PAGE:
Introduction: Music education all over the country
The purpose of this essay is to shed light on how the music school network was created in Finland. Besides compulsory music education, Finland has established a network of publicly supported music schools offering voluntary music education for children and adolescents all around the country. (For more information refer to Heimonen 2004a, 2005.)
Generally, pupils attend these schools after their school hours at the comprehensive school or upper-secondary school. In addition, almost every music school has a music kindergarten offering early childhood music education for children from around the age of 3 months to 7 years. A department for adults is part of a number of schools. An open department may also be established offering tuition for everyone without the obligation to pass an entrance examination although, in general, music schools select their pupils by means of tests and auditions.
In addition to the publicly supported (law-based) music schools, voluntary music education is offered at so-called workers’ institutes and people’s high schools as well as at private studios and music schools. The music university, the Sibelius Academy, has a junior department for especially talented schoolchildren. Several arts institutions, such as the Finnish National Opera or Helsinki Philharmonic, arrange projects with children and the young. Universities, including the Sibelius Academy, offer courses for everyone interested in music at their “open universities.” 1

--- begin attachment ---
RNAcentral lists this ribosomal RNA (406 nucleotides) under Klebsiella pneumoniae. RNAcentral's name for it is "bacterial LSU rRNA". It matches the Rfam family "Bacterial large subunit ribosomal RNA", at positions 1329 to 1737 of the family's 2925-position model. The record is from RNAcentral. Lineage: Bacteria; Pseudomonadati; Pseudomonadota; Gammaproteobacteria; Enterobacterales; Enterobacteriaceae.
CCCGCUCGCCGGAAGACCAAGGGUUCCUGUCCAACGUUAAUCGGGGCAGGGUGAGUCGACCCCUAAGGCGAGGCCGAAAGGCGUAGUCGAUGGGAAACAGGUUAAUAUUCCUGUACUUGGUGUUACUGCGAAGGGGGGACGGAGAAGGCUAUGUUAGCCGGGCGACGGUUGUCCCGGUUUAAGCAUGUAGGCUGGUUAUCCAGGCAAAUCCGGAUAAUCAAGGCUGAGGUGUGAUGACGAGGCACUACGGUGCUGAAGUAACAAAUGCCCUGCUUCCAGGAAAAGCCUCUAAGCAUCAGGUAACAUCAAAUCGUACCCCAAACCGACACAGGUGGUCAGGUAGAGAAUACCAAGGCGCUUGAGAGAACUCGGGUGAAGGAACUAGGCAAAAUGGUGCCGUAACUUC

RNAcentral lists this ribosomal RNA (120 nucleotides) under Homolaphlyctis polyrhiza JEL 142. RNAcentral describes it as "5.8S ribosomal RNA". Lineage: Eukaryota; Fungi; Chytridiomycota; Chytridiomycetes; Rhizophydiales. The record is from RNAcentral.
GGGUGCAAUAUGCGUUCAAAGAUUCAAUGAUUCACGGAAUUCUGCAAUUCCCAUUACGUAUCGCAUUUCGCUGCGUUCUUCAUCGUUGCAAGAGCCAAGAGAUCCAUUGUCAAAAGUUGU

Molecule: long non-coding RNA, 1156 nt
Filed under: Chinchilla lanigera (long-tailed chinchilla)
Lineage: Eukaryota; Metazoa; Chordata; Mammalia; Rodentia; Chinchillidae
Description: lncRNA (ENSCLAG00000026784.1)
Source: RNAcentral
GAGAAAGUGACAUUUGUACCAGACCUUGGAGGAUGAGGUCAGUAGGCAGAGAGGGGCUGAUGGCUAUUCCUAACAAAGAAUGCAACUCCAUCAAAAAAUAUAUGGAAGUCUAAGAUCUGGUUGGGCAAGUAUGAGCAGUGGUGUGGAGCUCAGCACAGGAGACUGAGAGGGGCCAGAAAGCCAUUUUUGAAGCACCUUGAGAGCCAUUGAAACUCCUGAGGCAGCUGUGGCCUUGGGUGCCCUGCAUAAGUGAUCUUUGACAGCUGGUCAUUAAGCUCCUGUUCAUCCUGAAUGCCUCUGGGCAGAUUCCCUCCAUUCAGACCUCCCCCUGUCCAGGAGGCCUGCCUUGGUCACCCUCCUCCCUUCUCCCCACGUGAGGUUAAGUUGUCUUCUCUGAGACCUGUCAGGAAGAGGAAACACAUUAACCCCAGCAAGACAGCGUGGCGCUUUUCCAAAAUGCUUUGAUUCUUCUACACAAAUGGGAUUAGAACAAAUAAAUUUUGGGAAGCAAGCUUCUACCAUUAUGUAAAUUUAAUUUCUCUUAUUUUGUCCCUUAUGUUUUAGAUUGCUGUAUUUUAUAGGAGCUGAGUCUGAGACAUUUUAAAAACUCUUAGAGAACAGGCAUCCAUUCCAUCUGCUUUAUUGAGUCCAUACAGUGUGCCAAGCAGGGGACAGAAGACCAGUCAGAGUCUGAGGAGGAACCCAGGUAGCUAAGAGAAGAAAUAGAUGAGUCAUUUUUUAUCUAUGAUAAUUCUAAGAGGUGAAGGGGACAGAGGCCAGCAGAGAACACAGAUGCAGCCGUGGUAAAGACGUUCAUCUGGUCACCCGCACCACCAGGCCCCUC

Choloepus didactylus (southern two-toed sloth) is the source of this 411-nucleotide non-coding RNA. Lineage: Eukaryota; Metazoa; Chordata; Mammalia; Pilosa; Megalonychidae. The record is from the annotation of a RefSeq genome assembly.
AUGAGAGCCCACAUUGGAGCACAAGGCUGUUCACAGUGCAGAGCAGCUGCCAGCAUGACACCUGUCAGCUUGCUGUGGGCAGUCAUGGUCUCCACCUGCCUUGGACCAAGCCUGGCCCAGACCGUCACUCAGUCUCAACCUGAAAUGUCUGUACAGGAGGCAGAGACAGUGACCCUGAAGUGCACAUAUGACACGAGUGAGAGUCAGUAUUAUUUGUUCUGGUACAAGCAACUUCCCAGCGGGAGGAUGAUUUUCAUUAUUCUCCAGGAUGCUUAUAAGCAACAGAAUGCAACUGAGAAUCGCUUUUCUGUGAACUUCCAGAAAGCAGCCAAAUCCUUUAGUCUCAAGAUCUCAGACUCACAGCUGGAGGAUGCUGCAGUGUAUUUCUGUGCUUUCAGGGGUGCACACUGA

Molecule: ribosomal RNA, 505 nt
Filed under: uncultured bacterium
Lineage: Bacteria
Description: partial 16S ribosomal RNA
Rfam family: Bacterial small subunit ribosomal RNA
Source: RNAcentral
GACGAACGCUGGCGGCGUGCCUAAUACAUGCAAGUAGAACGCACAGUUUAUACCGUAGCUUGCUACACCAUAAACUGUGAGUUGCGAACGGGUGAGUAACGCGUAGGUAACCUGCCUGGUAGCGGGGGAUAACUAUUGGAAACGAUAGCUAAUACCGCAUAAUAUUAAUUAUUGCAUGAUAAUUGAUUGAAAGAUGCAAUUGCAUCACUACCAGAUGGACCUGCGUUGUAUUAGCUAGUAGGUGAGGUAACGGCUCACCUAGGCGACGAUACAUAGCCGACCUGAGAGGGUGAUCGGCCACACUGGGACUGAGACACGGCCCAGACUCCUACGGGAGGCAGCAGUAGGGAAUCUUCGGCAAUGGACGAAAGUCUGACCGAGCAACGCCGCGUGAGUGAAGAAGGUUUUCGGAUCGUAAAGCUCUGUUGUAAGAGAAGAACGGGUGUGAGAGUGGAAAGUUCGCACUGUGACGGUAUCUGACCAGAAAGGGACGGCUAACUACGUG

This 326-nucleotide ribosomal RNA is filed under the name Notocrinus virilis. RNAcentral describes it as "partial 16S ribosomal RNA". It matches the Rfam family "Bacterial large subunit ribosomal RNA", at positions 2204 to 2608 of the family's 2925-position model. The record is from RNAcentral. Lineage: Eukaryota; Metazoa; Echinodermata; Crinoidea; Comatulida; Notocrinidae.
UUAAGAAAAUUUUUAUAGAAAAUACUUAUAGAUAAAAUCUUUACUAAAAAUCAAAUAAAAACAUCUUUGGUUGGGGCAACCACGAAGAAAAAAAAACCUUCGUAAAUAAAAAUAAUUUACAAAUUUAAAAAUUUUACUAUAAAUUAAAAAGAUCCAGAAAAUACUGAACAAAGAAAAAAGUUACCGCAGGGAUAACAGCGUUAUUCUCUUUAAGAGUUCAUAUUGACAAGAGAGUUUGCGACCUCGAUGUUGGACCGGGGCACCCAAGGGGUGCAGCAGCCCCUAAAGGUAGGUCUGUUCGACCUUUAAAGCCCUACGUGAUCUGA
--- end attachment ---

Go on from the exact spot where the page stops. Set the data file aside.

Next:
The term music education is used here in a broad sense to refer to all aspects of music education and comprises of such terms as tuition, instruction, training and schooling. This essay focuses on the network of publicly supported, law-based music schools 2, and the term “voluntary music education” refers to education offered at these schools. “Extracurricular music education” might also be used, even if these schools have to ensure that their curricula conform to the national core curriculum. In addition, the term “out-of-school music tuition” might also refer to studies at music schools since they are not, in principal, a formal part of compulsory schooling.
Creating a Network for Voluntary Music Education
In Finland one of the most important principles, linked to the principle of life-long learning, is the principle of equal educational opportunities. 3 This principle is constitutionally secured. It refers to the subjective right of each child to receive an education regardless of her or his geographical background. Moreover, this principle refers to real factual opportunities; so, in basic education almost everything related to school is offered free-of-charge for children. 4
General music education is part of this compulsory schooling, as is the education offered at so-called “music classes,” at which more music lessons are available than usual. The principle of equality should ensure that every child will be educated in music. However, there has been a threat of diminishing the amount of lessons available in music and other arts subjects in schools, and in general teacher-education as well. 5